Learning about the human body may conjure bad memories of impenetrably thick textbooks, anatomy charts with words too big to pronounce, and a creepy skeleton hanging in the corner of a classroom.
Forget all that.
A museum exhibit now showing in Chicago offers a unique opportunity to more readily understand and appreciate the vast complexities of the human body.
Body Worlds: The Anatomical Exhibition of Real Human Bodies showcases 200 authentic human specimens preserved through a process called plastination.
In this technology, invented by a German doctor in the late 1970s, the body’s water and fat are replaced with reactive plastics. All tissue structures are retained, allowing viewers to witness the body’s actual organs and systems.
Much of the exhibit highlights the ravaging effects of diseases. The exhibit features ovarian and brain cancers, stomach ulcers, hernias, liver cirrhosis, and heart disease.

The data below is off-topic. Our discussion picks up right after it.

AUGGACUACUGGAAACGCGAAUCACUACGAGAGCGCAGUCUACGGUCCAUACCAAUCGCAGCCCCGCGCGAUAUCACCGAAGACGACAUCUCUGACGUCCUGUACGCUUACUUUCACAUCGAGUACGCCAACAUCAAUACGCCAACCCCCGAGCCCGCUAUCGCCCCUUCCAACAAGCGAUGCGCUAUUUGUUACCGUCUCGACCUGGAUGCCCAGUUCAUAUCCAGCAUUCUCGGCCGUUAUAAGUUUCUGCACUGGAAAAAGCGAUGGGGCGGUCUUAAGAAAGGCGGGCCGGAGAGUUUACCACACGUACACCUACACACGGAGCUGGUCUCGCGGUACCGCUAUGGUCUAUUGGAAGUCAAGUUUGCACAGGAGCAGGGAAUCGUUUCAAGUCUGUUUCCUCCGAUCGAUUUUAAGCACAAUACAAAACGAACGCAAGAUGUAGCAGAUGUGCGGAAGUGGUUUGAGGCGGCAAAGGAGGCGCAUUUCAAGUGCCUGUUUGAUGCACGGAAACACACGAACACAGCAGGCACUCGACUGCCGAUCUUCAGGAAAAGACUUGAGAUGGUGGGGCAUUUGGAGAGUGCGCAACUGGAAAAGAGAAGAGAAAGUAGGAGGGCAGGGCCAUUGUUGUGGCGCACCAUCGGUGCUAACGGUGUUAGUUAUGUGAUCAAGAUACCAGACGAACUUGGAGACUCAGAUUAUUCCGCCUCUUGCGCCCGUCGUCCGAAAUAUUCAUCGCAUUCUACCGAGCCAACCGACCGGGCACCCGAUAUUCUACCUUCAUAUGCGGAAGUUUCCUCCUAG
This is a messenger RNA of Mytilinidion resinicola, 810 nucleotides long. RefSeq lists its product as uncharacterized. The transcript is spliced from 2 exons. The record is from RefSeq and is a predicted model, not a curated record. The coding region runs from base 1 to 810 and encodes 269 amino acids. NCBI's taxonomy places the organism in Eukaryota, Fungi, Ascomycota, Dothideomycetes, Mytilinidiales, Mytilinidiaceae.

Compare a healthy pink lung with one tarred from nicotine; a healthy knee, looking supple and smooth, with a jagged arthritic knee. See a spinal column so severely deformed that it resembles a pretzel.
The exhibit is fascinating and frequently poignant. It may inspire some to shed their bad habits and lead others to deepen their empathy for those living with illness.
Body Worlds runs through Sept. 5 at the Museum of Science and Industry in Chicago. Hours are 9:30 a.m.-9 p.m. daily. Admission to the museum and the exhibit is $21 for adults, $11 for children ages 3-11, and $17 for seniors. Reduced rates are available during evening hours. Admission includes a complimentary screening of The Human Body, a film shown inside the museum’s Omnimax theater. For more information, call 773-684-1414 or visit www.msichicago.org.